By David Lewellen
Mike Gallenberger has a plan for funding retirement—his inventory of guitars.
The Merton resident has been in business for himself most of his working life. After closing his last music store several years ago, he and his wife, Kathy, both 58, moved to all online sales. At retirement, he won’t rely on his 401(k), which he estimates at less than $35,000, but on slowly selling off about 300 guitars and 100,000 parts.
The Gallenbergers are actually ahead of many workers. A national study found that the median retirement account balance for all working-age households is only $3,000.
Social Security keeps many people out of poverty, but it was never designed to be a sole source of income. Private pension plans are becoming rare, and nearly 45 percent of all working-age households have no retirement account at all.
As the boomer generation enters retirement, at least 20 states are considering state-facilitated retirement savings proposals. In Wisconsin, AARP is lobbying in support of a bill, known as the Wisconsin Private Secure Retirement Act, to set up a system for those without access to a retirement plan at work to save automatically out of their paycheck.
For the Gallenbergers, such a program might afford peace of mind if Mike died first. Speaking of their retirement, he said, “Rating our confidence on a scale of 1 to 10, I’m a 7 or 8 and she’s probably a 3 or 4.”
A system of automatic payroll deductions that pays out only in retirement is “a really good idea,” Gallenberger said. “People dip into their 401(k)s, and they shouldn’t.”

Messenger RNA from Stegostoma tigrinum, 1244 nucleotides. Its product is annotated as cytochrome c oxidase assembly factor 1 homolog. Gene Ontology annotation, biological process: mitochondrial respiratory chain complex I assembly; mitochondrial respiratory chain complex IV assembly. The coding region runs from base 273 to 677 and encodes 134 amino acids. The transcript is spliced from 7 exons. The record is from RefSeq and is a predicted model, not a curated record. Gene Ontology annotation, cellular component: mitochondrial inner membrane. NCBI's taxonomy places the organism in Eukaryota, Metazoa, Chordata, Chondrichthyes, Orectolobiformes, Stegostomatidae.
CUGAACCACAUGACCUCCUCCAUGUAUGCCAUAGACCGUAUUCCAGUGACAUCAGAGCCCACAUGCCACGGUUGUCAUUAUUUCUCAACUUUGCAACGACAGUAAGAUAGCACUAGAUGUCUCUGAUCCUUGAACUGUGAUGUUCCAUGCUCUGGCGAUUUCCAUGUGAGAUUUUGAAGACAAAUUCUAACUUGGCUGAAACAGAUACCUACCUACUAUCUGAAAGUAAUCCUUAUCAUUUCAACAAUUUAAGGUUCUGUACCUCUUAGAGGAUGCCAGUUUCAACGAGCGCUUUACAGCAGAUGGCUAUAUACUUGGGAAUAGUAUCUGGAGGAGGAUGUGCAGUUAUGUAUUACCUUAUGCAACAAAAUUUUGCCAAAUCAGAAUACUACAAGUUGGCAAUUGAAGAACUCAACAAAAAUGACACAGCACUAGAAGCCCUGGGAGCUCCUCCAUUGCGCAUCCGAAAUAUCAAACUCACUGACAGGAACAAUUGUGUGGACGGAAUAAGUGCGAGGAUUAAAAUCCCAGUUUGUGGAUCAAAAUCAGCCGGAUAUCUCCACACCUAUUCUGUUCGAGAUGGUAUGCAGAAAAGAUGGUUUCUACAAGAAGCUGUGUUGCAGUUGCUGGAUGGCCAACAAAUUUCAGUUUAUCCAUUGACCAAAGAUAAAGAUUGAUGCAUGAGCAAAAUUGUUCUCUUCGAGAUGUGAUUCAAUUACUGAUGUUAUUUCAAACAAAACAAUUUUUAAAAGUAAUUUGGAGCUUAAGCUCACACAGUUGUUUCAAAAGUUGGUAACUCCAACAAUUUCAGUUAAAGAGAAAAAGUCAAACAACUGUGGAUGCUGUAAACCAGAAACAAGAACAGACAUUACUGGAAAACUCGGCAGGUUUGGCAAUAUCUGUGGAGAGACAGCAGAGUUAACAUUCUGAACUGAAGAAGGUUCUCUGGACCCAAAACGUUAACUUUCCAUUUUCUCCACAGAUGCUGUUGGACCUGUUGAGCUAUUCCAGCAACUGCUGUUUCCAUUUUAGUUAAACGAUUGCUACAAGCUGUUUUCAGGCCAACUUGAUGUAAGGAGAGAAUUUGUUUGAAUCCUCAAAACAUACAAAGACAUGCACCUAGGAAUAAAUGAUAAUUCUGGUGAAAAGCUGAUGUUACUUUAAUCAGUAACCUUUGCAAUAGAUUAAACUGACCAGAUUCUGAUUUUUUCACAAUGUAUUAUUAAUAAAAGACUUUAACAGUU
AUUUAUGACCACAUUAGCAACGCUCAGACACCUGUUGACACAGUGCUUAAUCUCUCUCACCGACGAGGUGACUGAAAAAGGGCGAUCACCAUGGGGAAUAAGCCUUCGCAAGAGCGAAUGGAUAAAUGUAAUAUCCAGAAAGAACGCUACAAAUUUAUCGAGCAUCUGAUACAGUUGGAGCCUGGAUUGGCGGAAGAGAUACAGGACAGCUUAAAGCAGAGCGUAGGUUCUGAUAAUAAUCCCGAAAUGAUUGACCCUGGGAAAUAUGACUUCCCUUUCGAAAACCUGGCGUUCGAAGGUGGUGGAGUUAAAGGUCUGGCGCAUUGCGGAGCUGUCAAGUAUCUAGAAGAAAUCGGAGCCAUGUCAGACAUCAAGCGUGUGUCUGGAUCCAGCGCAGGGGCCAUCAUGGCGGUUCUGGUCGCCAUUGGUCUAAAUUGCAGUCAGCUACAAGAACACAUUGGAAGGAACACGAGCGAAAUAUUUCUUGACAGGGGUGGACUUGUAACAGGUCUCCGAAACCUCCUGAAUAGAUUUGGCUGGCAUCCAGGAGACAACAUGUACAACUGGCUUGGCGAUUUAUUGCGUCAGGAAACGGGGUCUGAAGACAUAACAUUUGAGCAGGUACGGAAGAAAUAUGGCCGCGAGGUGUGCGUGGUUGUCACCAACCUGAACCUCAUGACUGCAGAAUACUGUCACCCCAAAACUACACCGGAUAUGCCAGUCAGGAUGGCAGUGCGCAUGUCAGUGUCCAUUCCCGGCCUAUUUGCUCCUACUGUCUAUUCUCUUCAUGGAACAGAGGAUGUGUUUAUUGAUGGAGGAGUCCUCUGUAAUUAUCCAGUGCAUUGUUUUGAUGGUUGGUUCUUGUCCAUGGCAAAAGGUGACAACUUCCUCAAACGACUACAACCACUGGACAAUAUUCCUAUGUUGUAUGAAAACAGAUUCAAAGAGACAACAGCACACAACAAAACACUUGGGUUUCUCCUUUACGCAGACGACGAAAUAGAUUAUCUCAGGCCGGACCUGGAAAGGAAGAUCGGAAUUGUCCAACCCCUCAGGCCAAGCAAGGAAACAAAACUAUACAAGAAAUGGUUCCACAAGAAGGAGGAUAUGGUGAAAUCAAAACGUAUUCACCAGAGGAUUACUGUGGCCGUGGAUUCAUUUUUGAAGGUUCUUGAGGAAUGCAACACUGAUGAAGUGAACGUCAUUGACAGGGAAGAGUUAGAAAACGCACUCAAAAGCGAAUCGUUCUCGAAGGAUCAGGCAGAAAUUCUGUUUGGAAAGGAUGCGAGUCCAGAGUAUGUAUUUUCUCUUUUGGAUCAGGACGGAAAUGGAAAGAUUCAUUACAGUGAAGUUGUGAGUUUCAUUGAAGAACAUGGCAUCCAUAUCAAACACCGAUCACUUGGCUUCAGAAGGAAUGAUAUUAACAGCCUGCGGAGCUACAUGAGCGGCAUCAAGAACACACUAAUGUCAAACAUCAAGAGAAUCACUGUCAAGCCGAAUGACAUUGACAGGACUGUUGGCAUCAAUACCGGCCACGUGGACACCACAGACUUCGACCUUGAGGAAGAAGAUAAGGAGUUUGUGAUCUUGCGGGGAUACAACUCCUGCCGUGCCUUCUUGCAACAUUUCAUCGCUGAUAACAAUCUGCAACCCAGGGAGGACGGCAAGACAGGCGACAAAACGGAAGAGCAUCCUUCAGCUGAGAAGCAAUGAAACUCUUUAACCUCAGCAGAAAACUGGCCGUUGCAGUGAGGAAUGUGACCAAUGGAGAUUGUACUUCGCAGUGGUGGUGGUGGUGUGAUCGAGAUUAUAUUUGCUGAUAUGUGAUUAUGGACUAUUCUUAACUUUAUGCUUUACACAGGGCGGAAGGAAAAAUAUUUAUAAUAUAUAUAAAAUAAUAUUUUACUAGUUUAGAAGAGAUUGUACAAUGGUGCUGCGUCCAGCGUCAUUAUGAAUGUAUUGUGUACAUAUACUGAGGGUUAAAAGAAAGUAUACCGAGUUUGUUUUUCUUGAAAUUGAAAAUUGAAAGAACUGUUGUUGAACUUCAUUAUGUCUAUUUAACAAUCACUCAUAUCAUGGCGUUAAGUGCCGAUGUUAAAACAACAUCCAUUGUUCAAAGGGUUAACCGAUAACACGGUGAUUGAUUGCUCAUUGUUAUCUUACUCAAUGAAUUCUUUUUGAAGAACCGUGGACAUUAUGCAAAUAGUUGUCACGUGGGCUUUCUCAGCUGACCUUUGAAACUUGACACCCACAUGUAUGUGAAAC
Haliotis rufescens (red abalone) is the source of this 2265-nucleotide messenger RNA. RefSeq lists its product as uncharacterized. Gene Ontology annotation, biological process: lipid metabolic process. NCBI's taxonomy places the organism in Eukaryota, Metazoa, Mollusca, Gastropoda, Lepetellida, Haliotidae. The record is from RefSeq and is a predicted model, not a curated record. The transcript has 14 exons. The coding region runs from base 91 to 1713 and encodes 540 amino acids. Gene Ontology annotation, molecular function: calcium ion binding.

1 million lack access
The retirement-savings situation around the nation is “a train wreck that’s happening, already happened or will happen,” said state Sen. Dave Hansen (D-Green Bay), who cosponsored the legislation in the spring. Many workers have underfunded savings accounts. The average 401(k) balance in Wisconsin in 2012 was about $45,000—and that’s just among those who are saving.
Nearly 1 million working Wisconsinites—about 42 percent of the workforce—have no access to a retirement plan. A better system is “necessary for economic prosperity going forward,” Hansen said.
Under the plan, workers would contribute voluntarily through payroll deduction. The funds would be professionally managed and would mirror investments made by the state pension system but kept separate.
The measure would create a Wisconsin Private Retirement Security Board to design the plan and work out details such as who would be eligible and how benefits would be calculated.
Lisa Lamkins, federal issues advocacy director for AARP Wisconsin, pointed out that even workers with good intentions usually don’t set up their own retirement accounts. Employees are 15 times as likely to save through payroll deductions, according to the Employee Benefit Research Institute.
“When many people get to retirement, they aren’t going to be able to afford basic needs,” said Lamkins.
Hansen’s legislative proposal, she added, would be “investing now to help taxpayers down the line. At
a very low cost, taxpayers would see a great return on this minimal investment.”
Republican leaders in the Legislature, preoccupied with the state budget, have not made the bill a priority. Advocates hope to build support for the measure by getting a hearing on Hansen’s bill during the fall legislative session.
The need for such a savings plan is gaining national attention. This year, Illinois, Oregon and Washington became the first three states to enact state-facilitated savings systems.
“Other states in our region are addressing retirement insecurity—Illinois, Minnesota and Indiana—and we should, too,” Lamkins said.
To contact your legislators and urge consideration of the retirement savings plan, go to aarp.org/wi.
David Lewellen is a writer living in Glendale, WI.